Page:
Websites made with WordPress usually rely heavily on third-party software components like plugins and themes. Every single day, hackers and security enthusiasts find new vulnerable plugins or vulnerabilities across different WordPress plugins and themes.
In 2022 alone we added 4,528 new known security bugs to our WordPress vulnerability database.
Keeping the number of plugins on your WordPress installation as low as possible is highly recommended, as each installed plugin raises the risk of having a vulnerable component in your site.
What is a plugin vulnerability?
Plugin vulnerability refers to a weakness or flaw in plugin code, that can be exploited by attackers. When a vulnerable plugin is found it should be either removed or updated to a newer, safe version.
Why would I care about plugin vulnerabilities?
The purpose of hackers exploiting these plugin vulnerabilities is to gain unauthorized access to your website, inject malicious code, and steal sensitive information. In that way, they can also gain access to your server, or perform other types of malicious actions.
There are lots of different types of vulnerabilities that researchers and hackers find across different plugins and themes. We have listed the 21 most common WordPress vulnerabilities in this article.
Mostly, the reason why vulnerabilities come to exist in plugins or themes is that the developers have not paid enough attention to basic security rules. And no one checks the code before it’s pushed live to the WordPress plugins repository.
How do I check WordPress plugin vulnerabilities?
To see if your site currently hosts vulnerable software versions, try Patchstack. Installing Patchstack is quick and easy. You’ll get an overview of which of the current plugin and theme versions found on your site(s) are vulnerable, based on our vulnerability database.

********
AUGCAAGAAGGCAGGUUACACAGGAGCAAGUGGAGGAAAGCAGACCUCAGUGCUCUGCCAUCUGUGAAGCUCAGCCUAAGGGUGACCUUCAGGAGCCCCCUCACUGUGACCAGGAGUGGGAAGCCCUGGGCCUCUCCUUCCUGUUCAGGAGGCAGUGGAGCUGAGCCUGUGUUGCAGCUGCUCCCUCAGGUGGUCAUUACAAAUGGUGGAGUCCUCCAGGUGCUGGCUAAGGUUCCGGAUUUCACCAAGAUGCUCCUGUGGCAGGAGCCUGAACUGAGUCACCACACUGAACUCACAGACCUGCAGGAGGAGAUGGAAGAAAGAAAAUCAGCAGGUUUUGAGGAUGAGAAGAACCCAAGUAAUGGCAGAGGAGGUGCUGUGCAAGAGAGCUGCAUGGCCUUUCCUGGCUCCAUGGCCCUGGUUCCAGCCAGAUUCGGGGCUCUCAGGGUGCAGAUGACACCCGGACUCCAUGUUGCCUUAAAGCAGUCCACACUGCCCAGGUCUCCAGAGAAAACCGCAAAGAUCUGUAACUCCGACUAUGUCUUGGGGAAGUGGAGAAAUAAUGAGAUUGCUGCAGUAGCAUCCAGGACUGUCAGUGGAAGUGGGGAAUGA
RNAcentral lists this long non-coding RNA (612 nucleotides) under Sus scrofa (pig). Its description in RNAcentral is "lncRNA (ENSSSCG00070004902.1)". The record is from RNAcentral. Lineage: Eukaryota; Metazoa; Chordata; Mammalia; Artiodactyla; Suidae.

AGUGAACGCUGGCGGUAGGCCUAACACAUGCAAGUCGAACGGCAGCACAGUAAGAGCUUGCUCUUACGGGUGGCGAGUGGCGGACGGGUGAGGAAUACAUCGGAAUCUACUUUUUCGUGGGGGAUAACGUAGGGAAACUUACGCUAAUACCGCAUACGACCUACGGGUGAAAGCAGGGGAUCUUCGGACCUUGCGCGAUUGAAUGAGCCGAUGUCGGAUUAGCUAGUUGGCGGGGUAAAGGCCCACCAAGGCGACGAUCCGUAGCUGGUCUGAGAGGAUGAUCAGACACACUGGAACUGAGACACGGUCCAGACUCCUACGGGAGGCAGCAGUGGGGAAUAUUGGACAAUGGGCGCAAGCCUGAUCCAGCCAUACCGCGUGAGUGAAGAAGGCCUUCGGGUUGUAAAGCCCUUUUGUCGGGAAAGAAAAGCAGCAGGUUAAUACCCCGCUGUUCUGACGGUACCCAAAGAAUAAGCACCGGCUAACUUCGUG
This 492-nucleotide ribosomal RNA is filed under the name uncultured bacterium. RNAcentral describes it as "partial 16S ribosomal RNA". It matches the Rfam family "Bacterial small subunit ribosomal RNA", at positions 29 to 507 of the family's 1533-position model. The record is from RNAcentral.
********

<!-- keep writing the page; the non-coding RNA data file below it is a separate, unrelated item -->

Set up Patchstack in 3 simple steps:
- Create a Patchstack account (it’s free to sign up)
- Add your website’s URL inside the Patchstack App
- Install the Patchstack plugin on your WordPress site
After installing the Patchstack plugin, it’s easy to keep an eye on your software – and every time a vulnerability is found in any of the components your WordPress uses, you’ll get an email notification.
On the screen below, you’ll see an example of what the Patchstack App shows you about your site’s security:
Patchstack’s components page shows which versions are vulnerable or outdated
What to do if I find vulnerable plugins on my site?
Your best option is to enable the Patchstack firewall. It protects your site from all attacks targeting vulnerable components, so you don’t have to worry about constantly keeping an eye on the software versions.
You can have your site protected from $9/month using the Patchstack Community plan. Patchstack protects your WordPress site with automatically applied virtual patches, as well as OWASP’s top 10 firewall rules.
In case you do feel like you want to stay on the free plan, then you can simply follow this routine:
- Update the vulnerable software always as quickly as possible. You can do it straight through the Patchstack App by selecting the component and clicking “Actions”> “Update”. You can also have Patchstack send you notification emails when vulnerable components appear on your site(s).
- If no update is available for the vulnerable component, we strongly urge you to replace the plugin or component in general or remove it completely ASAP.
Please note that regardless of having protection, it is generally a sensible practice to keep all your software up to date, if possible.
Keep an eye on vulnerable plugins
It is completely normal that vulnerabilities are found in the software we use on our WordPress websites. By paying attention to the tools you use, you can prevent bad stuff from happening.
Keep an eye on your WordPress sites by installing Patchstack, or use the paid version to keep your sites automatically protected as well.
If you have any questions about WordPress security, feel free to start the live chat. Click on the green chat circle on the bottom right corner of this page!